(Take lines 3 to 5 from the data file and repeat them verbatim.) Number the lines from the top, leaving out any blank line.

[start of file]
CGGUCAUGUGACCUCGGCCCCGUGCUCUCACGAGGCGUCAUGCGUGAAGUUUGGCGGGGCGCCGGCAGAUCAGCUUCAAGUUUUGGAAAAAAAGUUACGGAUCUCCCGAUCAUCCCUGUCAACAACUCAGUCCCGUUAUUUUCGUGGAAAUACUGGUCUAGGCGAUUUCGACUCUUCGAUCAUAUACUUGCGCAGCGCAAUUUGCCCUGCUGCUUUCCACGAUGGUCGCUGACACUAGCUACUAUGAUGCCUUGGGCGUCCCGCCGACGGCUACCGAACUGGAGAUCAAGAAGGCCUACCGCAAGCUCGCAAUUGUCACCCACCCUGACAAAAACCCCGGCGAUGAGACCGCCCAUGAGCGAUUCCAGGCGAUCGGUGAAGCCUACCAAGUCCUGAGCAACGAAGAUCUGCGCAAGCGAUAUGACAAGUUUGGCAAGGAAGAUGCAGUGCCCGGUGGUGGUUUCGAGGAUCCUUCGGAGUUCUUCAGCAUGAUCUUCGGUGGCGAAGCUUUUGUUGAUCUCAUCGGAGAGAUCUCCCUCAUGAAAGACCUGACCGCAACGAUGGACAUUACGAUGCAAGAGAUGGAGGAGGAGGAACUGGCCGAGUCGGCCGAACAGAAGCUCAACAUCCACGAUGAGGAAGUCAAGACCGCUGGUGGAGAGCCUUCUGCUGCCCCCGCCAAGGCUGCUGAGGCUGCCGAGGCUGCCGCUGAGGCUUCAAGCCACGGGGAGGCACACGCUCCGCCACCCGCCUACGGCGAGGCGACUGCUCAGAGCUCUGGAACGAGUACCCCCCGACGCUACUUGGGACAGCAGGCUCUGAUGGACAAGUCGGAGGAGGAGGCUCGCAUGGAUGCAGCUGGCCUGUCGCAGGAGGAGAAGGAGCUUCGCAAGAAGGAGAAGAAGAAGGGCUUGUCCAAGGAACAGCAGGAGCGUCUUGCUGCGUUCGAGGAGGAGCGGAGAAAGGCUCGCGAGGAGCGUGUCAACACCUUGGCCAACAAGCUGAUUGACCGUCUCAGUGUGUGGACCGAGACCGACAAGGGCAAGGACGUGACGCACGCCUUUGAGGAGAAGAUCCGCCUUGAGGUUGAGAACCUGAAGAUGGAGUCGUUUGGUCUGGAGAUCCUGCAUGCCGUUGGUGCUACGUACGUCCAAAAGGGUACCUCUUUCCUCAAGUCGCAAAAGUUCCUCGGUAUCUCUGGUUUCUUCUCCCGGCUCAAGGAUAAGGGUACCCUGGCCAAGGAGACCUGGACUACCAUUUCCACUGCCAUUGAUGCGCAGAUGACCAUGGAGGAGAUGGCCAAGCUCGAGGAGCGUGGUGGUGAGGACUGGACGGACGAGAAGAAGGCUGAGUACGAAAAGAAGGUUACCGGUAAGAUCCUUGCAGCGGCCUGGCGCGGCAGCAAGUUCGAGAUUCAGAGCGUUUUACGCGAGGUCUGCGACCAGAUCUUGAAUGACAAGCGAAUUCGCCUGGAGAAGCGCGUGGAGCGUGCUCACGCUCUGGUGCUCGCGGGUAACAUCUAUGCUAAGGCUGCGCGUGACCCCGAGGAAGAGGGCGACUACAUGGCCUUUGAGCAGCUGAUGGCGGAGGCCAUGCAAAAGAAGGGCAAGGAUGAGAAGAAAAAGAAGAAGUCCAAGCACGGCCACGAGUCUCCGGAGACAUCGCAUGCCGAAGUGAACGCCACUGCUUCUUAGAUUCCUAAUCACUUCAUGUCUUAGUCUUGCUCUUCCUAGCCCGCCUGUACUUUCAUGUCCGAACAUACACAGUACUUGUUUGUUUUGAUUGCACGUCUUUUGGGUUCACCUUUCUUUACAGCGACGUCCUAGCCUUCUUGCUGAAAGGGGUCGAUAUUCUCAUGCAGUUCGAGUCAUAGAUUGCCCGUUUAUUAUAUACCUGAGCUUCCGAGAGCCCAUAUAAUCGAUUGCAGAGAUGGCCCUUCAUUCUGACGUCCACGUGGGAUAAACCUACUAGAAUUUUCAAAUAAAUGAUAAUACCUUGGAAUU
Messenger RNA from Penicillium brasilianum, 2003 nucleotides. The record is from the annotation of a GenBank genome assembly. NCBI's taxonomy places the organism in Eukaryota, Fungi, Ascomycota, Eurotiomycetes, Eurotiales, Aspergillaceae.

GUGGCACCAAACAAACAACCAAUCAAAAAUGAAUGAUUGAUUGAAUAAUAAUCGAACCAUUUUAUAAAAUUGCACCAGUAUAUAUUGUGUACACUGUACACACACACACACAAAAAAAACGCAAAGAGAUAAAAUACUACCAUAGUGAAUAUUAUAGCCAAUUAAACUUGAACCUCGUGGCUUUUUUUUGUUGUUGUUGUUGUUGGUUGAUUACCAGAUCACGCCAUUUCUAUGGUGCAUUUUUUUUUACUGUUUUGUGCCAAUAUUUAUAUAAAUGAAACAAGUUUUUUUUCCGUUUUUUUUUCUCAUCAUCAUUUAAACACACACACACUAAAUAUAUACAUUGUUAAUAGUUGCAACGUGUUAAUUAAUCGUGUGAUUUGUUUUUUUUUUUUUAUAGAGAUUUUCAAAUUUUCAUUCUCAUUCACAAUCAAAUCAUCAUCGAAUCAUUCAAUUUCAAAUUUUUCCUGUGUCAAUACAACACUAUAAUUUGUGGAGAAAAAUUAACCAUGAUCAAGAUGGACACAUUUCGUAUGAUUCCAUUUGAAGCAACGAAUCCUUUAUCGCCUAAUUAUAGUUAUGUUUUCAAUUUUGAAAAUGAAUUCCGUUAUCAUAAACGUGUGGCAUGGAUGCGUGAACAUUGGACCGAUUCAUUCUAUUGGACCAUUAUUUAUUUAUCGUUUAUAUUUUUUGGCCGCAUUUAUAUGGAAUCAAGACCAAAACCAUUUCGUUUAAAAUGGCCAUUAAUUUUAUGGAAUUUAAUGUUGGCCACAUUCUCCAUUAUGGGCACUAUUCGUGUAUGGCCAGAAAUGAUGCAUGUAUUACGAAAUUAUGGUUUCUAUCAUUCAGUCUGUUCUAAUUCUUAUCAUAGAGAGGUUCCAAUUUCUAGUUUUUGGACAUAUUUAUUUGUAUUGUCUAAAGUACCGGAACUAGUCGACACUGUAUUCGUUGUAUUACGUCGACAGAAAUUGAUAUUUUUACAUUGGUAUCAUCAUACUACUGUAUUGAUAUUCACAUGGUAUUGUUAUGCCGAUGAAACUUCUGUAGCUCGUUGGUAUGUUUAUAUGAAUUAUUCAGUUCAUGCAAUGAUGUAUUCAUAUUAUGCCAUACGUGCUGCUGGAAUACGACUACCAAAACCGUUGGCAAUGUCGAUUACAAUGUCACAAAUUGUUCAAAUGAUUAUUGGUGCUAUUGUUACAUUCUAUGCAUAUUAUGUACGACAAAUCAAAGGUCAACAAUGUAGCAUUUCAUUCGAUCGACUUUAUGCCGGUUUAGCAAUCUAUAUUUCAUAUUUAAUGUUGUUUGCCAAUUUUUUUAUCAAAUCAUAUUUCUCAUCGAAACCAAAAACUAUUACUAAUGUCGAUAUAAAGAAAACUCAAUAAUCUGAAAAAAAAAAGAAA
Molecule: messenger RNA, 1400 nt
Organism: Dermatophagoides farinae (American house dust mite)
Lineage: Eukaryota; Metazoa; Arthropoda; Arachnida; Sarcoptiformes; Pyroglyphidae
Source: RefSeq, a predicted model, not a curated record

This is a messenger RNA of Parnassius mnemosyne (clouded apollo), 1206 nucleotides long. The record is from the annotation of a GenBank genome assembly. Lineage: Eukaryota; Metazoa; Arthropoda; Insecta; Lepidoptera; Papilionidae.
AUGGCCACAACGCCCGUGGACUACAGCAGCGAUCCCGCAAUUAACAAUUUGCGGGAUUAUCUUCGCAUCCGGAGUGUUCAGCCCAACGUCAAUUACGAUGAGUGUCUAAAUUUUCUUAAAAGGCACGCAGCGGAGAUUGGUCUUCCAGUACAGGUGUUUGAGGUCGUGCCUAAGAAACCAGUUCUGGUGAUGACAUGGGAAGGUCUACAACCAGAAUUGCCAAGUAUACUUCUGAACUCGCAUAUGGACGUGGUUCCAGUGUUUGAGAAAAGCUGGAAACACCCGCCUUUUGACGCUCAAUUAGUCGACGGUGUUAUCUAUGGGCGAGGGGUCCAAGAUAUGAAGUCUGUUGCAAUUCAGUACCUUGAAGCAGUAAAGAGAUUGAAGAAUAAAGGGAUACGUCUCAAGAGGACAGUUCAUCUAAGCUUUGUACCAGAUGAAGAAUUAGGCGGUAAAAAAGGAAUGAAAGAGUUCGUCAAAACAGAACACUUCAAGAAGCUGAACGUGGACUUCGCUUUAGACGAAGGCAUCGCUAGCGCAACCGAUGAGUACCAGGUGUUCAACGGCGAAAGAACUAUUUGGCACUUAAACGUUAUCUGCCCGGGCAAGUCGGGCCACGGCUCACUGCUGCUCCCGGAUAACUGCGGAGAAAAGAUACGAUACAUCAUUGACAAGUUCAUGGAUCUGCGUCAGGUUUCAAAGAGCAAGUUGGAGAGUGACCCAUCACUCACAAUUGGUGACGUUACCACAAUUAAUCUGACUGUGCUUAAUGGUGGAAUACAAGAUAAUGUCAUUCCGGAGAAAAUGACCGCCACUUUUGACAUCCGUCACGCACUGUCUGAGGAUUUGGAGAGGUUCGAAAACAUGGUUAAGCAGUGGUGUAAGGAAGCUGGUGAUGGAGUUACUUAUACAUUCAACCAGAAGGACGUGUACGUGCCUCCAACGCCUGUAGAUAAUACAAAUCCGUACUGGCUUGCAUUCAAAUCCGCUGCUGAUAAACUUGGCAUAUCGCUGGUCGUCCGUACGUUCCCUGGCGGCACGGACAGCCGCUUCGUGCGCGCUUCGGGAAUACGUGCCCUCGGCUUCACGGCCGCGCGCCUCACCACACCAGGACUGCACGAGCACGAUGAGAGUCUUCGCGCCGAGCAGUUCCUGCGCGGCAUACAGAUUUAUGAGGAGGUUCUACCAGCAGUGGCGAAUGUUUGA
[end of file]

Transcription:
GUGGCACCAAACAAACAACCAAUCAAAAAUGAAUGAUUGAUUGAAUAAUAAUCGAACCAUUUUAUAAAAUUGCACCAGUAUAUAUUGUGUACACUGUACACACACACACACAAAAAAAACGCAAAGAGAUAAAAUACUACCAUAGUGAAUAUUAUAGCCAAUUAAACUUGAACCUCGUGGCUUUUUUUUGUUGUUGUUGUUGUUGGUUGAUUACCAGAUCACGCCAUUUCUAUGGUGCAUUUUUUUUUACUGUUUUGUGCCAAUAUUUAUAUAAAUGAAACAAGUUUUUUUUCCGUUUUUUUUUCUCAUCAUCAUUUAAACACACACACACUAAAUAUAUACAUUGUUAAUAGUUGCAACGUGUUAAUUAAUCGUGUGAUUUGUUUUUUUUUUUUUAUAGAGAUUUUCAAAUUUUCAUUCUCAUUCACAAUCAAAUCAUCAUCGAAUCAUUCAAUUUCAAAUUUUUCCUGUGUCAAUACAACACUAUAAUUUGUGGAGAAAAAUUAACCAUGAUCAAGAUGGACACAUUUCGUAUGAUUCCAUUUGAAGCAACGAAUCCUUUAUCGCCUAAUUAUAGUUAUGUUUUCAAUUUUGAAAAUGAAUUCCGUUAUCAUAAACGUGUGGCAUGGAUGCGUGAACAUUGGACCGAUUCAUUCUAUUGGACCAUUAUUUAUUUAUCGUUUAUAUUUUUUGGCCGCAUUUAUAUGGAAUCAAGACCAAAACCAUUUCGUUUAAAAUGGCCAUUAAUUUUAUGGAAUUUAAUGUUGGCCACAUUCUCCAUUAUGGGCACUAUUCGUGUAUGGCCAGAAAUGAUGCAUGUAUUACGAAAUUAUGGUUUCUAUCAUUCAGUCUGUUCUAAUUCUUAUCAUAGAGAGGUUCCAAUUUCUAGUUUUUGGACAUAUUUAUUUGUAUUGUCUAAAGUACCGGAACUAGUCGACACUGUAUUCGUUGUAUUACGUCGACAGAAAUUGAUAUUUUUACAUUGGUAUCAUCAUACUACUGUAUUGAUAUUCACAUGGUAUUGUUAUGCCGAUGAAACUUCUGUAGCUCGUUGGUAUGUUUAUAUGAAUUAUUCAGUUCAUGCAAUGAUGUAUUCAUAUUAUGCCAUACGUGCUGCUGGAAUACGACUACCAAAACCGUUGGCAAUGUCGAUUACAAUGUCACAAAUUGUUCAAAUGAUUAUUGGUGCUAUUGUUACAUUCUAUGCAUAUUAUGUACGACAAAUCAAAGGUCAACAAUGUAGCAUUUCAUUCGAUCGACUUUAUGCCGGUUUAGCAAUCUAUAUUUCAUAUUUAAUGUUGUUUGCCAAUUUUUUUAUCAAAUCAUAUUUCUCAUCGAAACCAAAAACUAUUACUAAUGUCGAUAUAAAGAAAACUCAAUAAUCUGAAAAAAAAAAGAAA
Molecule: messenger RNA, 1400 nt
Organism: Dermatophagoides farinae (American house dust mite)